top of page
  • Henry Seaton

Congress passes fix for HOS restart

The U.S. Senate today approved by 63 to 36 vote legislation that continues funding for the federal government through April 28, 2017, including a provision that ensures that the 34-hour restart provision will continue as currently enforced in the driver hours-of-service regulations unless an ongoing study upholds the benefits of the restart in a number of areas. The House had already passed the legislation.

Barring certain findings by the study, the measure permanently blocks the Federal Motor Carrier Safety Administration's July 1, 2013, change in the HOS rules that required that the restart include two consecutive 1 a.m.-to-5 a.m. periods and that the restart be used only once in a consecutive 168-hour period. Congress had suspended enforcement of those changes for several years pending an ongoing study of the effects of the restart changes.

Under the legislation, the July 1, 2013, restrictions could be reimposed only if the FMCSA study demonstrates that the change represented a "statistically significant improvement in all outcomes related to safety, operator fatigue, driver health and longevity, and work schedules" for drivers who operated under those rules. Also, that finding would have to be ratified by the Department of Transportation (DOT) Office of Inspector General.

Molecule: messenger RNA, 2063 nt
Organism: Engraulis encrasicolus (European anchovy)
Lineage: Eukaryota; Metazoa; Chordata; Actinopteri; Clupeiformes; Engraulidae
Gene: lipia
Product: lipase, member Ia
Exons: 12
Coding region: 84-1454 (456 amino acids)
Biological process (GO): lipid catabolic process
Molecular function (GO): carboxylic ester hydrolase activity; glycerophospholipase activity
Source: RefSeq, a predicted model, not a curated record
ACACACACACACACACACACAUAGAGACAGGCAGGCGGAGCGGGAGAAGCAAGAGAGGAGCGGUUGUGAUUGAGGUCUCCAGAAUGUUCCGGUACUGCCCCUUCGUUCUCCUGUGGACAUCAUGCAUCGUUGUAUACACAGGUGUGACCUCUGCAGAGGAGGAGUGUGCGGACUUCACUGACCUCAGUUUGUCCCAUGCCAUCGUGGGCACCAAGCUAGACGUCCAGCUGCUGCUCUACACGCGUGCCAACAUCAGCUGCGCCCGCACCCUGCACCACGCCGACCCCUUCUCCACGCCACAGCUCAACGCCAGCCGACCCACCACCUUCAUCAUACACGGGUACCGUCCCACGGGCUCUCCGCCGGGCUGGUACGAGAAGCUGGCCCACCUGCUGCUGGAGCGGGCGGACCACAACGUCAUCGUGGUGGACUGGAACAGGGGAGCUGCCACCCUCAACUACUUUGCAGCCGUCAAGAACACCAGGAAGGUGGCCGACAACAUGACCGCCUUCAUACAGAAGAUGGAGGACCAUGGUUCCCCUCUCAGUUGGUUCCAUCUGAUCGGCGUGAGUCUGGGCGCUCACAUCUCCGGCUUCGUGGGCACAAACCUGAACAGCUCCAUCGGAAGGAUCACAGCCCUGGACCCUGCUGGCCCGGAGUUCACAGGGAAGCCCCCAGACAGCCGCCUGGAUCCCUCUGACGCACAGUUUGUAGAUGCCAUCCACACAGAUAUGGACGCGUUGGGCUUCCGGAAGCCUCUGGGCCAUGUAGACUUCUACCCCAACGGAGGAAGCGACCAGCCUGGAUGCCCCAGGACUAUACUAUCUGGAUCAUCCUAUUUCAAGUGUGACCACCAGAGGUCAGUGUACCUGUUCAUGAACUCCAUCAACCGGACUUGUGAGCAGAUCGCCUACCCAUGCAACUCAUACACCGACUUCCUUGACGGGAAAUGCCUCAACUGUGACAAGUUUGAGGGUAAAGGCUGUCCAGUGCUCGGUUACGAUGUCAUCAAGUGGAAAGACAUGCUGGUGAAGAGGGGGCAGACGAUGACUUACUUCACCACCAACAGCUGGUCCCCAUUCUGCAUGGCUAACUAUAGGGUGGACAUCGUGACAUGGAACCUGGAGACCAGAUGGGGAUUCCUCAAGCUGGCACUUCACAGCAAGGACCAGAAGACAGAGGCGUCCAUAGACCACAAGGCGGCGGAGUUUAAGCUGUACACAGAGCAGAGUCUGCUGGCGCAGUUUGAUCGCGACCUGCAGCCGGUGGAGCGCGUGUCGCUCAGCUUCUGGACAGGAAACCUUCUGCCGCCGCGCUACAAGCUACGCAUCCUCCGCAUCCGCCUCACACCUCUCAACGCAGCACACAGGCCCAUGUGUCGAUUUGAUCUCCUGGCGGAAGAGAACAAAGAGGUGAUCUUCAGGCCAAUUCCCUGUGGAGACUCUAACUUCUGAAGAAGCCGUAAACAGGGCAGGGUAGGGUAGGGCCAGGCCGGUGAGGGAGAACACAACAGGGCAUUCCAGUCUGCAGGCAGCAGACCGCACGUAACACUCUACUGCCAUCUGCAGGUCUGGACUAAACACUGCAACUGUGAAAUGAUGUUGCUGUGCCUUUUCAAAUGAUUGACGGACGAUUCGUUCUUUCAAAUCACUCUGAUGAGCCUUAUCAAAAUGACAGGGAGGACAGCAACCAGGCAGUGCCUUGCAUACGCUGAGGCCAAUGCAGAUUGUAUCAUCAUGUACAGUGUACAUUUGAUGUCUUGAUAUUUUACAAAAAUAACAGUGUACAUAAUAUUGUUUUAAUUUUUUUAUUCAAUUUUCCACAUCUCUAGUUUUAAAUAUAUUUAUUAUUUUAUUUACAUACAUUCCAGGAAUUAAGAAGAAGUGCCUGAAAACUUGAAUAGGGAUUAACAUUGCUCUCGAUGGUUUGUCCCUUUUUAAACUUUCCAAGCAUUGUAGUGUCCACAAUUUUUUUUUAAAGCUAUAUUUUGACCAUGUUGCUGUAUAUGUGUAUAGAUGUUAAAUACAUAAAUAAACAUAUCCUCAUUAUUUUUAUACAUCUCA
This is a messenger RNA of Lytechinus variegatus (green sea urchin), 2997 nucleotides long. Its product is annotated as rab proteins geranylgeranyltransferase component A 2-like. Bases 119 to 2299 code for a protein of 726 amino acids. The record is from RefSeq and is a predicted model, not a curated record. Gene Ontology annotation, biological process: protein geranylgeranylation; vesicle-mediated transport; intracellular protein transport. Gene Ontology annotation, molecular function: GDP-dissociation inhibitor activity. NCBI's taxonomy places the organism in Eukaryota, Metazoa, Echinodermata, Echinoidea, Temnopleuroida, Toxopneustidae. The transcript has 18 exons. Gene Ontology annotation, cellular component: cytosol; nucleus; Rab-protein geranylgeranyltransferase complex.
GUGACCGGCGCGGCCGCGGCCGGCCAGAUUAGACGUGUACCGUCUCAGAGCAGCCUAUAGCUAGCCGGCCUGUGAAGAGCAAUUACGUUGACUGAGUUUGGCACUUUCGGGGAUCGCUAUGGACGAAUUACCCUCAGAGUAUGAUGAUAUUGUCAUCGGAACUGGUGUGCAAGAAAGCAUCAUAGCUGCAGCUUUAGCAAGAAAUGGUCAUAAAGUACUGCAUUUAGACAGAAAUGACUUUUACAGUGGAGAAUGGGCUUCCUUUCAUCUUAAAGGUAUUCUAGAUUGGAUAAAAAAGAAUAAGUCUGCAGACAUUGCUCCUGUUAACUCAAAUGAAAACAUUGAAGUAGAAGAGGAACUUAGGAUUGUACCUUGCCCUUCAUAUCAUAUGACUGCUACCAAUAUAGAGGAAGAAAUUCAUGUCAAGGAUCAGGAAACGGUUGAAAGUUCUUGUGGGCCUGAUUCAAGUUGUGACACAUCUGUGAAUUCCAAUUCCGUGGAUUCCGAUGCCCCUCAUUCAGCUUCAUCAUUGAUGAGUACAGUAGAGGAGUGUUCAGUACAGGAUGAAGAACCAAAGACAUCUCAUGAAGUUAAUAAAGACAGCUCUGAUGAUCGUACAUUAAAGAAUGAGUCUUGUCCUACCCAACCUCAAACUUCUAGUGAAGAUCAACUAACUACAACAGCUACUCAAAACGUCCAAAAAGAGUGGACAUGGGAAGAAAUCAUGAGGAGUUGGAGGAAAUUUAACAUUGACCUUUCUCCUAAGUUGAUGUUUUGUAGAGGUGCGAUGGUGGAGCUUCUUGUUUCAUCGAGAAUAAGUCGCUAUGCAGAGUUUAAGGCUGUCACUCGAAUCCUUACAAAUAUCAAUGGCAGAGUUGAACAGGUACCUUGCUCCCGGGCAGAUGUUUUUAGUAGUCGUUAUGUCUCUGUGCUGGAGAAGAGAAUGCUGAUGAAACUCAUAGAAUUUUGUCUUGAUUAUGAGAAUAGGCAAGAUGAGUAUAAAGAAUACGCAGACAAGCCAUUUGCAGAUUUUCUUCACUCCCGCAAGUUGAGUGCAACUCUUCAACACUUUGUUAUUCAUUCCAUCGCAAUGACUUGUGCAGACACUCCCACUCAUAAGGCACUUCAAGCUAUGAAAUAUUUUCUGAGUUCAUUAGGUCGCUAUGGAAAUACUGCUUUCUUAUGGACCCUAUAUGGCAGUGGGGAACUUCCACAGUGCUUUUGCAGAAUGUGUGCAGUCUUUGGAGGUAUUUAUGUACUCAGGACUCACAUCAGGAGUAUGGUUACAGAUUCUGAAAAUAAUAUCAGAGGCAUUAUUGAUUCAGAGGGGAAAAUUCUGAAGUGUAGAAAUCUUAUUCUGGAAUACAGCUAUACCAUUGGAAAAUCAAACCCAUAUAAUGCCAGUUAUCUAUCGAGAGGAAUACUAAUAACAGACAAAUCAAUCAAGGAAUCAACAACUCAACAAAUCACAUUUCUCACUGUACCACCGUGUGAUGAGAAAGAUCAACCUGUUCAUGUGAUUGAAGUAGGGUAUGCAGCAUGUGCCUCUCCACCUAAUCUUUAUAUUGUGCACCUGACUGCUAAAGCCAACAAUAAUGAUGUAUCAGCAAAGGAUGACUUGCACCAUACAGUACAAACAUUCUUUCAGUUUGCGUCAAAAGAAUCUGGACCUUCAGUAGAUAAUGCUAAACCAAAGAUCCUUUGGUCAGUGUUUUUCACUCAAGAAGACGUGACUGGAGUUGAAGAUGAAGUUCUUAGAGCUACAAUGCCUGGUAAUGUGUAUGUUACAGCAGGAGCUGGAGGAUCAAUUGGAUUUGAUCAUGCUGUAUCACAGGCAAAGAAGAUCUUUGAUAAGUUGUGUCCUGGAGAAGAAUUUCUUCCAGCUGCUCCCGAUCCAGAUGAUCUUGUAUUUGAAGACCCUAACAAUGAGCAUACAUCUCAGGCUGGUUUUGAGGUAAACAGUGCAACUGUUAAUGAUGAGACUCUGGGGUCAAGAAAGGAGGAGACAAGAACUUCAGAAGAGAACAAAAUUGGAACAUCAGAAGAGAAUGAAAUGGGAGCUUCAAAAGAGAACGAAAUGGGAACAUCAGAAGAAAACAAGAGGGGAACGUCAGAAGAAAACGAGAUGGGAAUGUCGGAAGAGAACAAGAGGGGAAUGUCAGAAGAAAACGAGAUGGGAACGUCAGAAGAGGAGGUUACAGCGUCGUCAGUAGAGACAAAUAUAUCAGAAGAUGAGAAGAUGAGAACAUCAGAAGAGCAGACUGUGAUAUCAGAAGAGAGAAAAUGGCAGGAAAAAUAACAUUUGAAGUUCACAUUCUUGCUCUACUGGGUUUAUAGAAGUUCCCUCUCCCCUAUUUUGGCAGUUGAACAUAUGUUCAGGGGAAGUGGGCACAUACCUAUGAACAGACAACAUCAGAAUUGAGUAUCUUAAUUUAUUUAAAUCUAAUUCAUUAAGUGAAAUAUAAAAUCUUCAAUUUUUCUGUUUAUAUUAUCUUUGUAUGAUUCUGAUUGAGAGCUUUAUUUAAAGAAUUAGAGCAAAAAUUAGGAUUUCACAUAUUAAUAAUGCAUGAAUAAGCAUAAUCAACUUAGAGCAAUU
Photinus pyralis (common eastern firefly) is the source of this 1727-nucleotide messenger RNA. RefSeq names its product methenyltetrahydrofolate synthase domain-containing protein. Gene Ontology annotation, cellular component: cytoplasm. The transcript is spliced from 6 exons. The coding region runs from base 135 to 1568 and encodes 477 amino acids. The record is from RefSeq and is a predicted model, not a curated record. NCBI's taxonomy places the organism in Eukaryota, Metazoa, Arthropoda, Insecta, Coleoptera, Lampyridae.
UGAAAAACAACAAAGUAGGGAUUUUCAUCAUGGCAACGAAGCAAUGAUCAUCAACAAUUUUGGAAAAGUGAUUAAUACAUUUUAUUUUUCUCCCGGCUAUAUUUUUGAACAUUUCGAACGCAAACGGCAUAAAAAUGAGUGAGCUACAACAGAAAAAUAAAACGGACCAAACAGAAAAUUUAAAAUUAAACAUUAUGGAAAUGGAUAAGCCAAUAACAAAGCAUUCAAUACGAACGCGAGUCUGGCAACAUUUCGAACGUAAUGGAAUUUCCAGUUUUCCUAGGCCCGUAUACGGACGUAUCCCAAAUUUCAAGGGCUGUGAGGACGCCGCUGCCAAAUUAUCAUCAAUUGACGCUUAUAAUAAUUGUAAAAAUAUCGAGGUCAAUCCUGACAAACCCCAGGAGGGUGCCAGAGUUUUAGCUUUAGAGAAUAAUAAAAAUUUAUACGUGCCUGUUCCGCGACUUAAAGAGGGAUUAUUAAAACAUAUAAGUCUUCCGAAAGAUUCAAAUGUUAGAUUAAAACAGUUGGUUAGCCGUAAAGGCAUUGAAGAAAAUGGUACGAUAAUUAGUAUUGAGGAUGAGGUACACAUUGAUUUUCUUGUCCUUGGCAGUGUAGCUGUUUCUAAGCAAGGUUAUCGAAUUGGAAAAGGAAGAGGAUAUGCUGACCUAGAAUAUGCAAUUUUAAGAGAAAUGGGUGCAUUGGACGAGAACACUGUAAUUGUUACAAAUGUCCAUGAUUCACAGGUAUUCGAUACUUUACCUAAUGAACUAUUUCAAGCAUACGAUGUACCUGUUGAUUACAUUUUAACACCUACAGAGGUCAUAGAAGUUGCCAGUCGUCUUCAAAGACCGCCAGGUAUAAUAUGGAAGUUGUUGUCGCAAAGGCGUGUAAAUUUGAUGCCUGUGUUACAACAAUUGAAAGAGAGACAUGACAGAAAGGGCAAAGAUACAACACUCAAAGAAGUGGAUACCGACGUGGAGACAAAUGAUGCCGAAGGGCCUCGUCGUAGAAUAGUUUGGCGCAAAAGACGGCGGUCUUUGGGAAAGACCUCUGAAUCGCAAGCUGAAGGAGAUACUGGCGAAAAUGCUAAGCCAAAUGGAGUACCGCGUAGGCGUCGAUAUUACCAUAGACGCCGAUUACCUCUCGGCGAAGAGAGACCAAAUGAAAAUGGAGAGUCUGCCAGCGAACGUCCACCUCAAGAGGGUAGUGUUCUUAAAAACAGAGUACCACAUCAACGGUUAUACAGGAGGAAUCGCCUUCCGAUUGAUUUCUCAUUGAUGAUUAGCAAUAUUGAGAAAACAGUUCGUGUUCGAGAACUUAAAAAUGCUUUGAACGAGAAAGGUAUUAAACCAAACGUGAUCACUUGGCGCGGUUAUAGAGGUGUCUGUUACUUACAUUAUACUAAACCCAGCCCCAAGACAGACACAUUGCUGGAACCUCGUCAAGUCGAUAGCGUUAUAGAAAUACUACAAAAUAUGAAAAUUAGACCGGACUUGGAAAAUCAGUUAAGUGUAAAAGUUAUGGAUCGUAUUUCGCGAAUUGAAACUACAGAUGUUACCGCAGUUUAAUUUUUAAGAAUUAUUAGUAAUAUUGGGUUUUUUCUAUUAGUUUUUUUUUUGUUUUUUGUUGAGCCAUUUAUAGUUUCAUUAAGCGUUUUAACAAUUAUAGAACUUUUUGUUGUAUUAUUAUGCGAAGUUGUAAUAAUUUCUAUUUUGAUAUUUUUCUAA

The HOS restart provision is the only measure related to trucking addressed by the so-called continuing resolution. The House version of the DOT appropriations bill also included measures that would have blocked FMCSA's proposed rule on carrier safety fitness determinations; prohibited states from regulating commercial driver's meal and rest breaks; and withheld funding for a wireless roadside inspection program unless certain conditions are met. The Senate DOT funding bill would have required a final rule within six months mandating speed limiting devices on heavy trucks. Because Congress must approve further government by the end of April it is possible that those measures could be considered at that time.

Avoid legal pitfalls

Rules of the Road offers practical help on avoiding legal pitfalls in working with customers, independent contractors, insurers, factoring companies, etc.

Many serious legal risks will go unnoticed unless you are watching for them. Don't take chances.

 Although successful food haulers already employ the common sense steps required in FDA's new transportation rule, declaring your compliance can help you stay competitive for spot-market freight. 

bottom of page